Jun 06

Space Rocket History #257 – Apollo 12 – Return, Re-entry and Splashdown

Ten days ago, their Saturn V rocket had blasted Bean and his crew mates out of earth’s gravitational pull. Now their home planet was pulling them back at more than 24,000 miles per hour, twelve times faster than a high-speed rifle bullet. “Boy,” said Bean, “we are really hauling!”

Apollo 12 splashdown

Apollo 12 recovery

Apollo 12 mobile quarantine

May 30

Space Rocket History #256 – Apollo 12 – Leaving the Moon

Dick Gordon opened the tunnel to Intrepid, saw his companions floating in a dirty cloud of moon dust, and slammed the hatch closed. He called out, “You guys ain’t gonna mess up my nice clean spacecraft!”

LM Rendezvous Radar and CSM Target Orientation

LM docking with CM over the Moon

Intrepid descent stage

May 23

Space Rocket History #255 – Apollo 12 – Lunar Liftoff

After a total of 31.6 hours on the moon, the Lunar Module ascent stage fired for about 7 minutes placing Intrepid into an orbit of 10 miles by 54 miles.

Post EVA 2 checklist

Pan view out of Intrepid’s windows

Post EVA Cabin Cleanup Checklist

Mar 28

Space Rocket History #249 – Apollo 12 – Moonwalk 1 – Part 3

Most of the remaining moon walk time was spent collecting rock samples, making surface observations such as the small mounds or hills, and taking pictures.

Middle Crescent Crater

“He Ain’t Heavy” Painting by Alan Bean

Pete Conrad working at the MESA

Mar 21

Space Rocket History #248 – Apollo 12 – Moonwalk 1 – Part 2 – ALSEP

According to the checklist, Bean was allowed 5 minutes to gain his balance and learn to walk on the Moon. Bean was amazed at his new buoyancy saying, “You can jump up in the air…”  But Conrad wanted to press on saying, “Hustle, boy, hustle! We’ve got a lot of work to do.”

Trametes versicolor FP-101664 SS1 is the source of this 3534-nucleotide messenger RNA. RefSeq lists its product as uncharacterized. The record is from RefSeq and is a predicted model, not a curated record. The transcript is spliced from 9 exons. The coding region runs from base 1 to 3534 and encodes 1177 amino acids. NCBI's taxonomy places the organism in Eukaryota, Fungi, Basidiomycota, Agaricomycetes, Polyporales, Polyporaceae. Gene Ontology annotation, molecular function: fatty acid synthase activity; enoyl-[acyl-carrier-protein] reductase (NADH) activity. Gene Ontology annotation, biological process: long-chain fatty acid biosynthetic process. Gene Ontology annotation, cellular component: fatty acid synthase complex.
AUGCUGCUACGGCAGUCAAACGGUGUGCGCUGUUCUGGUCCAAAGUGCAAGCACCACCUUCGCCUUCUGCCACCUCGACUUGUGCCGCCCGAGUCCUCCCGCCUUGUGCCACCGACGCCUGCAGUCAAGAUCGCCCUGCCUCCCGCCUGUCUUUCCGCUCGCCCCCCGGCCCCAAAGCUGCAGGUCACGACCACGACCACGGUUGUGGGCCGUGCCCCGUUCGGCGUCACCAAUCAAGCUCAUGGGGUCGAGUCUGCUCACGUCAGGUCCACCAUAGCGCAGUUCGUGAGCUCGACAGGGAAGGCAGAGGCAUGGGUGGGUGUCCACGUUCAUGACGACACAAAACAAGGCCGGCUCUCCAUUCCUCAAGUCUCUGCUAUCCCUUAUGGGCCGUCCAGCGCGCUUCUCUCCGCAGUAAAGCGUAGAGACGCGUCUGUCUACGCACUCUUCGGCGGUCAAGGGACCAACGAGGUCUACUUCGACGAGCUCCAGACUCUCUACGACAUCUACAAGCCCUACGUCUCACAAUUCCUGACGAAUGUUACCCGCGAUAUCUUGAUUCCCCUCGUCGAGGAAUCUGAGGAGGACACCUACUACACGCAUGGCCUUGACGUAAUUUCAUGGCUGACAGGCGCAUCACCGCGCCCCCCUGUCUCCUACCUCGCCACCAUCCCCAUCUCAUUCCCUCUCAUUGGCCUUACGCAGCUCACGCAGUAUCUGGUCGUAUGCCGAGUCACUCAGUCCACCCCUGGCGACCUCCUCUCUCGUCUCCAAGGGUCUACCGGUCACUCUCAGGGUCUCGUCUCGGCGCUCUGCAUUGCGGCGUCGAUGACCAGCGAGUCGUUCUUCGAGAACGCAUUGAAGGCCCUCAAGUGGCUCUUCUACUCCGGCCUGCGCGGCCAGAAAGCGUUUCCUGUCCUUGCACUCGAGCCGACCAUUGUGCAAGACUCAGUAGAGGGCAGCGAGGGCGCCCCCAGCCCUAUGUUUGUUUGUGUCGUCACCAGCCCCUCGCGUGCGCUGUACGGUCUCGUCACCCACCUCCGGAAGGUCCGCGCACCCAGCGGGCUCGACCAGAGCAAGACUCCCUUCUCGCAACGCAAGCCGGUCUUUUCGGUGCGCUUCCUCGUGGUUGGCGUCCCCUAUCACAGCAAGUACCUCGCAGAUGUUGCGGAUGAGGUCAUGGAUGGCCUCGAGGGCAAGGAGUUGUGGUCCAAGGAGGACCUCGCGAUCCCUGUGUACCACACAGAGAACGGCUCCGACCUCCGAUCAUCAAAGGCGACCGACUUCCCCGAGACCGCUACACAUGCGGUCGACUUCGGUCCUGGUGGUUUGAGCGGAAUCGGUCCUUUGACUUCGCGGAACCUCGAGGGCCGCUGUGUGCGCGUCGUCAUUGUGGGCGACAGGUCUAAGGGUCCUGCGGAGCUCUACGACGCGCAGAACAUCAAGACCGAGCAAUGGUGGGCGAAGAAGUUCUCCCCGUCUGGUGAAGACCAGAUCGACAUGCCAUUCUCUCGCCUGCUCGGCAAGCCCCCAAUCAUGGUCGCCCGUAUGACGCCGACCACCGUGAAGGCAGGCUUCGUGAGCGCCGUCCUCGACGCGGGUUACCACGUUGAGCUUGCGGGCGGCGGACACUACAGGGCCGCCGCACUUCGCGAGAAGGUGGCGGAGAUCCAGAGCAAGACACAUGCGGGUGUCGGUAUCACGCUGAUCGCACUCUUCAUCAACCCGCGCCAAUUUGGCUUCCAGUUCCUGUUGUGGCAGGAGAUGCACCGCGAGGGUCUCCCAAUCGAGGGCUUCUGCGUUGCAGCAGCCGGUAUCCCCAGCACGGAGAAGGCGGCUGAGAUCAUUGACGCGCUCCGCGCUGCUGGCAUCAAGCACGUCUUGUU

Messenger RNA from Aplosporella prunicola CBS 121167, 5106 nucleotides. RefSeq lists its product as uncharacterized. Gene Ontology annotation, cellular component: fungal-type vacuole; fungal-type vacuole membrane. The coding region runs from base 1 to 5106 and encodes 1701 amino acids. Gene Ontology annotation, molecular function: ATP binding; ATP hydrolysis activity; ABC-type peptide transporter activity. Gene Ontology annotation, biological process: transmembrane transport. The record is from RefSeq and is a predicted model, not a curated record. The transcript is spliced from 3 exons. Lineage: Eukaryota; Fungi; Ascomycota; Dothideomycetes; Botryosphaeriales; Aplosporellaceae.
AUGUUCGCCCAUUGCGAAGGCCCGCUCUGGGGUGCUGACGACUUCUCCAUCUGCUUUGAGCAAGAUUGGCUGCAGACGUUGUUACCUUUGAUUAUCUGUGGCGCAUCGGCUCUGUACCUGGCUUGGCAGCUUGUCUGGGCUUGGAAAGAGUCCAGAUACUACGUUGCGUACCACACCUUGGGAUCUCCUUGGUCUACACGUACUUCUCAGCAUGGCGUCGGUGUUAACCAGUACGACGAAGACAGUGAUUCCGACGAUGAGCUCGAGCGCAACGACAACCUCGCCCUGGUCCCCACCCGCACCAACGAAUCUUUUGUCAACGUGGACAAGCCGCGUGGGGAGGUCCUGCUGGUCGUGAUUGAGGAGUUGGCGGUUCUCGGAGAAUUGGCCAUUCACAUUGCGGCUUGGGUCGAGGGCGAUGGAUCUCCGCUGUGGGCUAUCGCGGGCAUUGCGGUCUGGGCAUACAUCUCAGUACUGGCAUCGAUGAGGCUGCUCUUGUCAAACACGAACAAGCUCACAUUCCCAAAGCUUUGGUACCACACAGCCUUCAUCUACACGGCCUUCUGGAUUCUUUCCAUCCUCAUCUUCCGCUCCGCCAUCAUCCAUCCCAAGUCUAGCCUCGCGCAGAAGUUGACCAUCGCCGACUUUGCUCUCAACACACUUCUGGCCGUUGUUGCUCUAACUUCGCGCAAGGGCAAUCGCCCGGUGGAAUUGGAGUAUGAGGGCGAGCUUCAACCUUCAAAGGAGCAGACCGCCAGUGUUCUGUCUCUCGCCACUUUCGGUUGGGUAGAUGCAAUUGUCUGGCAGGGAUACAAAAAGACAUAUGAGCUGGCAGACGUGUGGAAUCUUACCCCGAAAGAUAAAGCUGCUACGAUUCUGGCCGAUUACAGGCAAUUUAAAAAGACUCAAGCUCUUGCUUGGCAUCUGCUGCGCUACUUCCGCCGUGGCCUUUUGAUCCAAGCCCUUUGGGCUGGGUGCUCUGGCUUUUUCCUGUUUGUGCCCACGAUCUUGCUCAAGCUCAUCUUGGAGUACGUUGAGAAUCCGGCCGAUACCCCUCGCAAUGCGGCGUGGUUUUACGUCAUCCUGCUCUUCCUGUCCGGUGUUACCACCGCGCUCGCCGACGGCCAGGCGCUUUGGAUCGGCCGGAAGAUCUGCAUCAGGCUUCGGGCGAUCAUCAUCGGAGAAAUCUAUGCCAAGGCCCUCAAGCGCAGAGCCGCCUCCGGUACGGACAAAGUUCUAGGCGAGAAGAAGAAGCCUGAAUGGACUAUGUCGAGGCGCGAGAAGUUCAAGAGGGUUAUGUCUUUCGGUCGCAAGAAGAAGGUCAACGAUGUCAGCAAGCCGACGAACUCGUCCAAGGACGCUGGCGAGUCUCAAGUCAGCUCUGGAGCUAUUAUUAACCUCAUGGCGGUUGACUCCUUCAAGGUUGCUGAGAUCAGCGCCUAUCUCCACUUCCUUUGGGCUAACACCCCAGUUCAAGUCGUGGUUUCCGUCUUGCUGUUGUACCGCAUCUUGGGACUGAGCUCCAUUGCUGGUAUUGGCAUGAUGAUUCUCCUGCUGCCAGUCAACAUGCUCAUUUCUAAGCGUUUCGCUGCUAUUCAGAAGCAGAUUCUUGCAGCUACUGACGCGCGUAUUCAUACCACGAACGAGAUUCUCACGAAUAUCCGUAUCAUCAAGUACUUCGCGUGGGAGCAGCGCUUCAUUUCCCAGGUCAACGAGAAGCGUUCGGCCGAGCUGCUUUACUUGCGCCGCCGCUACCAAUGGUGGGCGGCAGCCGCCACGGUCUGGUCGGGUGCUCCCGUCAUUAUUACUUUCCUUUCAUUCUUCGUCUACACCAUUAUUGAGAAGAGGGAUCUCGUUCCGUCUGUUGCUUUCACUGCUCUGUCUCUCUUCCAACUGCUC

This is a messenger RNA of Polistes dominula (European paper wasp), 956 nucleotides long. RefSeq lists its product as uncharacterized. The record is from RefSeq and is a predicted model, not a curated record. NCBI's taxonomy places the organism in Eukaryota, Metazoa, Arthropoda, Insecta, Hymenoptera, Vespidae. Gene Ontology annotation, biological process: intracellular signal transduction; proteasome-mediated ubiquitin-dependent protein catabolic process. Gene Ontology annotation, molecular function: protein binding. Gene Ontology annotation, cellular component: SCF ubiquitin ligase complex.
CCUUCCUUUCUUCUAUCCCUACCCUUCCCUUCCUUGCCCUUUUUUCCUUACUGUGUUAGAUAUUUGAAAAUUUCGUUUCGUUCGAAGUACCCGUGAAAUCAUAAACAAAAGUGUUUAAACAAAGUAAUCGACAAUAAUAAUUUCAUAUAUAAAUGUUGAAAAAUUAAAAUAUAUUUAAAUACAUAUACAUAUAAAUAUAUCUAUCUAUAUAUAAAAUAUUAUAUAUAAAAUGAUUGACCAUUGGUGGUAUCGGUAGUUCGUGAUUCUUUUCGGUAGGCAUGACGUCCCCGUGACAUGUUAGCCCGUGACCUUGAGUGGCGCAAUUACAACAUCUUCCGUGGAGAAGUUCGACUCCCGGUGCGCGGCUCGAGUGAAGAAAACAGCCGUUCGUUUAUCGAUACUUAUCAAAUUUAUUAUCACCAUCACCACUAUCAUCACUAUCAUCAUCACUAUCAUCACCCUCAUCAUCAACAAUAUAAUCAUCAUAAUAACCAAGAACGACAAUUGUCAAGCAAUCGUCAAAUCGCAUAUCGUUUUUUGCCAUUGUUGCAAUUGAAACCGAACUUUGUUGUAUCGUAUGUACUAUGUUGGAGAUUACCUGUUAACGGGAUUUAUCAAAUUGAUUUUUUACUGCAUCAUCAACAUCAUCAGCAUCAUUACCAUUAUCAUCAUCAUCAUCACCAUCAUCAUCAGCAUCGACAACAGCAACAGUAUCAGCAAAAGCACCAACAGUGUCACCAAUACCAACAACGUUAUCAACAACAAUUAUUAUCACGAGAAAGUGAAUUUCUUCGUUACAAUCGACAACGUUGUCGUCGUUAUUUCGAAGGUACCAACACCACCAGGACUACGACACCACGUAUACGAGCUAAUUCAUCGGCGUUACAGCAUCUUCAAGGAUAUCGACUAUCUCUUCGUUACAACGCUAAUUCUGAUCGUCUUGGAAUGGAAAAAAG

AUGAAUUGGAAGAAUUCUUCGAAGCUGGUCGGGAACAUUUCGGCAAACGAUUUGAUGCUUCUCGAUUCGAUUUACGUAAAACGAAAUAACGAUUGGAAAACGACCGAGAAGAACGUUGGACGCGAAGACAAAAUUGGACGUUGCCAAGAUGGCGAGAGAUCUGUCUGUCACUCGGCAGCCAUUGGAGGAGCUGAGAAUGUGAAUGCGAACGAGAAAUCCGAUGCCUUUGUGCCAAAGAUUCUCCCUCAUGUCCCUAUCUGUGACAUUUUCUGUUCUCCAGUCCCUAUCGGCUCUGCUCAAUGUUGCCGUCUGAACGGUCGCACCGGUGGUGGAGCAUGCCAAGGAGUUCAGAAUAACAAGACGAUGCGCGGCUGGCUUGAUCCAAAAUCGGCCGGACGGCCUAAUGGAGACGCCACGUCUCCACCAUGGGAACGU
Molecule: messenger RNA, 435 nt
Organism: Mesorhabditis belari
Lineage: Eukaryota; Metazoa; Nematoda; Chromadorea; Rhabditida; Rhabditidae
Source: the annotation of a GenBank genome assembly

TV camera pointed at the sun

Bean carrying the ALSEP

EVA 1 cuff checklist

Mar 07

Space Rocket History #246 – Apollo 12 – Pin Point Landing Part 2 – Right Down the Middle of the Road

“Hey, there it is! There it is! Son of a gun, right down the middle of the road! Look out there! I can’t believe it! Fantastic!”  Pete Conrad when he saw his landing site.

From l to r, director of flight operations Chris Kraft, and flight director Gerry Griffin

Jerry Carr, capcom for Apollo 12 Lunar landing

Landing of Intrepid

Feb 28

Space Rocket History #245 – Apollo 12 – Pin Point Landing Part 1 – Right Down the Middle of the Road

There was adrenaline in Pete Conrad’s voice as he counted down the last seconds before ignition. He and Bean were still weightless, but their bodies were secured to the cabin floor by harnesses. “Seven, six, five.”  Conrad pushed the PROCEED button on the computer, and a moment later Intrepid’s  descent engine ignited 50,000 feet above the moon.

Apollo 12 Command Module separating from Lunar Module

Apollo landing sites comparison

Apollo 12 landing site photographed from the Lunar Reconnaissance Orbiter

Feb 21

Space Rocket History #244 – Apollo 12 – Lunar Orbit

At 83 hours mission elapsed time, the long lunar coast was almost over. It was time for the lunar orbit insertion burn. This burn would put Yankee Clipper and Intrepid into lunar orbit.

Earthrise from Apollo 12

Apollo 12 – Snowman landing site

Rough Moon topography